Duyile, who started his agriculture investment in pig farming as a diaspora in the United Kingdom,noted that it is one of the biggest decisions he has ever made as it has provided him with a financial gratification beyond expectation.
He, however, observed that factors such as lack of information about pricing structure,wavering government policies, political and security instability, and poor knowledge about the agricultural terrain has dissuaded many Nigerian diasporas from investing in the agriculture sector. . Someone who wants to invest must have a clear idea of what he wants to do.
To encourage diaspora investment in the agriculture sector, Duyile said intensified efforts by the government in addressing issues such as corruption, a weak legal framework, and enforcement, political instability, and security concerns will make a lot of difference.
Duyile also called for the establishment of Public Private Partnerships (PPPs) aimed at providing awareness and accurate information on areas and agricultural avenues the Nigerian diaspora can leverage and make better decisions concerning business growth.
Evaluating opportunities for investment in the agriculture sector , Chinonso Okafor, senior research analyst at Nextier Advisory, a leading public sector advisory firm, remarked that research conducted on the agriculture value chain shows an estimated 15-25 per cent return on investment which is a remarkable potential.
“Agriculture is beyond farming,cultivation of crops but a business that covers a wide range of value chains and wealth creation opportunities,” he noted.
Speaking on one of the agricultural sectors worth investment, he noted that there is a big market in the leather business value chain, adding that its numerous value chains offer diverse business opportunities that Nigerian diasporas can tap into.
To promote Nigeria diaspora investment in agriculture, Okafor asserted that there must be an investment vehicle run by fund managers that understand the dynamics of the business such as the interest rates,competing interest rates, returns,duration of investment and other managerial factors so as to boost investors’ confidence.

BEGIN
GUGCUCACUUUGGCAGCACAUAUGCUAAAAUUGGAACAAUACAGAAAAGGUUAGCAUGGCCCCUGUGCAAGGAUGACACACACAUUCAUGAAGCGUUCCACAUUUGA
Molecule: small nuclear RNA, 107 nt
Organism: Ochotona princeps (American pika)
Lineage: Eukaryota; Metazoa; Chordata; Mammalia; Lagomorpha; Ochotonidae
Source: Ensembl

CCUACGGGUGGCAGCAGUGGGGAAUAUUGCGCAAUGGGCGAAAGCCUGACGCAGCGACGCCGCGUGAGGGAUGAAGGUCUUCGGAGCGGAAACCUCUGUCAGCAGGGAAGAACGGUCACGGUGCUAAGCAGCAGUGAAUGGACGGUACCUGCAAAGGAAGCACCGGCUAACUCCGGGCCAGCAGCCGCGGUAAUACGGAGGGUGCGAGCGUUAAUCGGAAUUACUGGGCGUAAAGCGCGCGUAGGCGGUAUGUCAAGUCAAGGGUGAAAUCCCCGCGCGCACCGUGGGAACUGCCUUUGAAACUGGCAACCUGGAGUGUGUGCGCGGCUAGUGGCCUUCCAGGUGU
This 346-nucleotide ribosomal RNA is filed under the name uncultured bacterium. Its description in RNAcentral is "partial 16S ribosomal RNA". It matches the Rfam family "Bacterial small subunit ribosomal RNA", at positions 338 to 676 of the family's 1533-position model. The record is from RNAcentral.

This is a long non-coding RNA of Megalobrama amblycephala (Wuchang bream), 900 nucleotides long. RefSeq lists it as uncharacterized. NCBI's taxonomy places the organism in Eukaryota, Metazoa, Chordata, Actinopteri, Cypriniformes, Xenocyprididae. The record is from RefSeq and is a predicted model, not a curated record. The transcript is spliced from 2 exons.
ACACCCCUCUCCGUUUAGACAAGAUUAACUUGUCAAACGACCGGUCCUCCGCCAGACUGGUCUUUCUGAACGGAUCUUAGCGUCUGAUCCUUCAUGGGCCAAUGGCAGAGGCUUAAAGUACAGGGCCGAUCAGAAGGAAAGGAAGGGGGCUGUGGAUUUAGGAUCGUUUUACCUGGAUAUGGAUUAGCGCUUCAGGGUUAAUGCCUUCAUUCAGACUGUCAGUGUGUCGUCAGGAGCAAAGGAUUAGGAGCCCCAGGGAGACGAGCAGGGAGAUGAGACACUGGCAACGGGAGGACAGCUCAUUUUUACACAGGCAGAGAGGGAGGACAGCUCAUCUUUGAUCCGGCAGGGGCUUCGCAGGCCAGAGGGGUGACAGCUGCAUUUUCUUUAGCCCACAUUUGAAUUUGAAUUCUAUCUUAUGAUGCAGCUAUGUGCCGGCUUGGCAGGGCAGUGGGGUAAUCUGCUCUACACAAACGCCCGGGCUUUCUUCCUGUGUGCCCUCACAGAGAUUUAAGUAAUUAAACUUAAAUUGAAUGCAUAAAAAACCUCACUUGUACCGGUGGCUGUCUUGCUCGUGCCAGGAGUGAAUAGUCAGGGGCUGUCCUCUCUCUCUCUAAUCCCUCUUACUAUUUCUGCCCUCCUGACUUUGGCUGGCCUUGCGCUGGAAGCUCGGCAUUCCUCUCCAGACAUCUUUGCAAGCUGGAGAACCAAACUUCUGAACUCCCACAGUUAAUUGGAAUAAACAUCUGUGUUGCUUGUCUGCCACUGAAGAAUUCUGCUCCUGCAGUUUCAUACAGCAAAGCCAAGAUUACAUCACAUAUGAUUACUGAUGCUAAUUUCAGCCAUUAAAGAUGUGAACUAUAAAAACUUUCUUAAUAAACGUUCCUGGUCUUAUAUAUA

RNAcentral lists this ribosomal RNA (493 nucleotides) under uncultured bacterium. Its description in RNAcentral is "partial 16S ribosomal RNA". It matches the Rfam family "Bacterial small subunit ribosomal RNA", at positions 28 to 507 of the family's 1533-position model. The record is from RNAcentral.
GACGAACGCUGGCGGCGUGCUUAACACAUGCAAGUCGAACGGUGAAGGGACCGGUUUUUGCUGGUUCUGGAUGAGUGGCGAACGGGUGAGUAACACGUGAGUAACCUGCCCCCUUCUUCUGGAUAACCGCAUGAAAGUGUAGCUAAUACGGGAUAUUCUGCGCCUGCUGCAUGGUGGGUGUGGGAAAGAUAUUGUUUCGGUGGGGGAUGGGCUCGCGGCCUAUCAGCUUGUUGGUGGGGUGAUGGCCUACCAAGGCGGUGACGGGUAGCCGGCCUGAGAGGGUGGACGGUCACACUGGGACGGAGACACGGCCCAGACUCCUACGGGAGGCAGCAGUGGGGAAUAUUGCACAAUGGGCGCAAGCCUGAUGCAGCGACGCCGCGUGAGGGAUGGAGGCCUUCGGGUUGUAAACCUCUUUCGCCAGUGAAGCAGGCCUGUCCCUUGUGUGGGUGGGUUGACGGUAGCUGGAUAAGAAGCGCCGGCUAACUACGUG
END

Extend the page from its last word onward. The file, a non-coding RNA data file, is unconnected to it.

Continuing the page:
He also called on the Diaspora Commission (NIDCOM) to establish partnerships with international organisations, the Central Bank of Nigeria, as well as other relevant government/private agencies, towards creating technical or financial support that would persuade diasporas to invest in the agriculture sector.
Bright Onime, a financial economist and researcher at the University of Port-harcourt, argued that remittances have a positive effect on food security.
Onime, in a research article titled “Do Diaspora Remittances Guarantee Food Security in Nigeria?”, found that a robust relationship exists between remittances and food security in both the short and the long-run period.
“In the short run, a positive and significant relationship was observed between remittances and food security in the current period such that a 1 per cent increase in remittances was associated with a 5.03 per cent increase in food security,” the report showed.
Following the above findings, this research recommends the design and proper implementation of a diaspora and remittances policy to cater for the welfare of Nigerians in the diaspora to improve remittances receipts and by implication, improve food security.
It also noted that Nigerian diasporas should be encouraged by the government of Nigeria with favourable and attractive policies for investment in the homeland.